Removing Barriers Blog

Credit Union Bills Await Governor Signatures in Florida, Indiana and Virginia – March 10, 2016
Posted March 10, 2016 by CUNA Advocacy

Midway through the 2016 session, leagues in Florida, Indiana and Virginia are on the cusp of legislative victories as bills benefitting credit unions and their members are on the governors’ desks for signature.

The League of Southeastern Credit Unions has two bills awaiting the governor’s signature in Florida. One bill, S 1104, will prevent confusion and process service delays by allowing credit unions to register a central location and person to be served with any lawsuits. Currently under Florida law, financial institutions do not have a central location registered for the process service of lawsuits.

The other, H 1233, would grant Florida credit unions access to the Federal Home Loan Bank of Atlanta’s (FHLBank) mortgage purchasing program. The program permits member credit unions and banks to sell mortgages into the secondary market in a more efficient and cost-effective way. A requirement of the program is that the regulator shares the institution's CAMEL score with the FHLBank. Due to their interpretation of a 1992 statute, the Florida regulator does not share this information. If signed, the regulator could share an institution’s CAMEL score, thus granting state-chartered credit unions access to the program.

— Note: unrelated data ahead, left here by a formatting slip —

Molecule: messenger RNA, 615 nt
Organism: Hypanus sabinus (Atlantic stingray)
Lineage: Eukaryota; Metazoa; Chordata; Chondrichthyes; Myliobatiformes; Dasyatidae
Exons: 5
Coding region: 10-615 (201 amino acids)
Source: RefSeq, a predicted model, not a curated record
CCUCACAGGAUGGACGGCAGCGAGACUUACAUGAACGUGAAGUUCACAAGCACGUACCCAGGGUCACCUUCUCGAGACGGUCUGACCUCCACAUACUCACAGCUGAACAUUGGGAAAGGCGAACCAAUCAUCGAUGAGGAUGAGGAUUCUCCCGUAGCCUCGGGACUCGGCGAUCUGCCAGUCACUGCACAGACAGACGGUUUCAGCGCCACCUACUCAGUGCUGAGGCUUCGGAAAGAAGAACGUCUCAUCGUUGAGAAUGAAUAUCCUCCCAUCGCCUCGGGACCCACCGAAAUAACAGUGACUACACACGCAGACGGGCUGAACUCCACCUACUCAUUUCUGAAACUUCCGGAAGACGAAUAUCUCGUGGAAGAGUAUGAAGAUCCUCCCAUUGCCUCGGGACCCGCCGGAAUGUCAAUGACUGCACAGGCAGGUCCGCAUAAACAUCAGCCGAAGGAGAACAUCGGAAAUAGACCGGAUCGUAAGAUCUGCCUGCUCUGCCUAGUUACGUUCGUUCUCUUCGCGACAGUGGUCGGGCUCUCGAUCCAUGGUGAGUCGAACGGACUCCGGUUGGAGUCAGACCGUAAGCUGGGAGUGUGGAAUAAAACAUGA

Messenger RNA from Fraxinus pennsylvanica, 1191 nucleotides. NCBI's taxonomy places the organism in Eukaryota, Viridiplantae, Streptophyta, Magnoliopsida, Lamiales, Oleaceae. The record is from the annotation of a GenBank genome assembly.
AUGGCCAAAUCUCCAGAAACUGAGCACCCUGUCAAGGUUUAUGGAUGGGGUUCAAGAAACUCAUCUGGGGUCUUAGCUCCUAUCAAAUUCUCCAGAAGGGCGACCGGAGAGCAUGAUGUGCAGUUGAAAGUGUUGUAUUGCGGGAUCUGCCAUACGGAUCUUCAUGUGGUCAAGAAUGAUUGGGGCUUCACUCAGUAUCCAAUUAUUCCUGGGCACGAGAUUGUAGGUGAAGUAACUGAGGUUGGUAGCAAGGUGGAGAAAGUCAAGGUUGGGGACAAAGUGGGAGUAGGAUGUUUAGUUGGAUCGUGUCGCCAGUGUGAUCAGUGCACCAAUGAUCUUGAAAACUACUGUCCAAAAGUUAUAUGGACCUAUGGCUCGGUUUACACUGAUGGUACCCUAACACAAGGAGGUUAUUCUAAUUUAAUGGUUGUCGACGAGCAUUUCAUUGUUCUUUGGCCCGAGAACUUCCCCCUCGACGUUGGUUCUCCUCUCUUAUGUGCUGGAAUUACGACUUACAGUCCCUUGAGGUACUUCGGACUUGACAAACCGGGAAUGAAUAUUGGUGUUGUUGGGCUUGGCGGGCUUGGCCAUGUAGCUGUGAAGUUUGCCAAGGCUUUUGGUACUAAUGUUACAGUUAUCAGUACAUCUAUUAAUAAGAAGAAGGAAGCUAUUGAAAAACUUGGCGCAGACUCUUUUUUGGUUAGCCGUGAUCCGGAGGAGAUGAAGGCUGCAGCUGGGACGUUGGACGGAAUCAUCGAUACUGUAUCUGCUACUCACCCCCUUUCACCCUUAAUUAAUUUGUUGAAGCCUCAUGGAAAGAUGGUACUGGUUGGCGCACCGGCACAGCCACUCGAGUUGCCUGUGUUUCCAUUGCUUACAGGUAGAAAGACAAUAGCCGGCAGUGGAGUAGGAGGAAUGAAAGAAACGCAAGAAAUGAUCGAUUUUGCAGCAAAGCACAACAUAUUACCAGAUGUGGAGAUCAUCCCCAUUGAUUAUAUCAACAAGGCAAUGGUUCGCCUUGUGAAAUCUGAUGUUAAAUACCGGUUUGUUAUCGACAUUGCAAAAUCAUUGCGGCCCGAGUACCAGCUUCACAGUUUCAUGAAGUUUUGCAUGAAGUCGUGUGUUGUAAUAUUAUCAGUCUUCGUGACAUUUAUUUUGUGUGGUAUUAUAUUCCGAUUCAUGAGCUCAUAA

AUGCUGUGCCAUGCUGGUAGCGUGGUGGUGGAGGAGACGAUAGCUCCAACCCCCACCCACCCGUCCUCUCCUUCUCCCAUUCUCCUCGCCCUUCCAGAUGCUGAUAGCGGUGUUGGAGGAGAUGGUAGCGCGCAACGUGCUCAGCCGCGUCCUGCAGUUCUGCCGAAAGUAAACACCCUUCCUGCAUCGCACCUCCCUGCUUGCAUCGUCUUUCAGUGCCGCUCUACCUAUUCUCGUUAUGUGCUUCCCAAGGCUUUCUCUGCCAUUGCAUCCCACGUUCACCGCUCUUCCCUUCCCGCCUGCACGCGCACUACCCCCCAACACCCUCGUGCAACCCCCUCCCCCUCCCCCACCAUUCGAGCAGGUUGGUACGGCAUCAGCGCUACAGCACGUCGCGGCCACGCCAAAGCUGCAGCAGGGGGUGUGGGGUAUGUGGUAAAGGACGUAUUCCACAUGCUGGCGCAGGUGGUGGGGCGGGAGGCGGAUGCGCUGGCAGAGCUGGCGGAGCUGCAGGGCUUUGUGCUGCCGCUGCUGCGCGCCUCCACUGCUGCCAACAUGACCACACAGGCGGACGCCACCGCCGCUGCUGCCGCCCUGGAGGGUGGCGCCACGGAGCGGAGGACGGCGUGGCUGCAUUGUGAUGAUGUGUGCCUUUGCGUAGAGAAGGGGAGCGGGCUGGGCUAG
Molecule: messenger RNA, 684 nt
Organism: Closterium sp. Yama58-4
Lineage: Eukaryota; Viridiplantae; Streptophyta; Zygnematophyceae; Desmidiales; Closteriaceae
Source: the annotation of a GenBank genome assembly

Currently, Indiana law places restrictions on how loans can be made to individual officers of state-chartered credit unions, including an aggregate limit on how much money an officer can borrow from the credit union. A bill pushed by the Indiana Credit Union League, S 242, would change Indiana law to reflect the inflation-adjusted loan limit.

In Virginia, H 874 is on the governor’s desk as well. The bill would authorize the state regulator to give credit unions greater field of membership flexibility and the ability to merge. Currently, Virginia state-chartered credit unions are limited to serving either a single group with a common bond, multiple groups of no more than 3,000 people, or a single community.  While Virginia law permits state-chartered credit unions to merge if there is an emergency, such as when one of the credit unions is on the brink of insolvency, credit unions cannot merge before conditions deteriorate.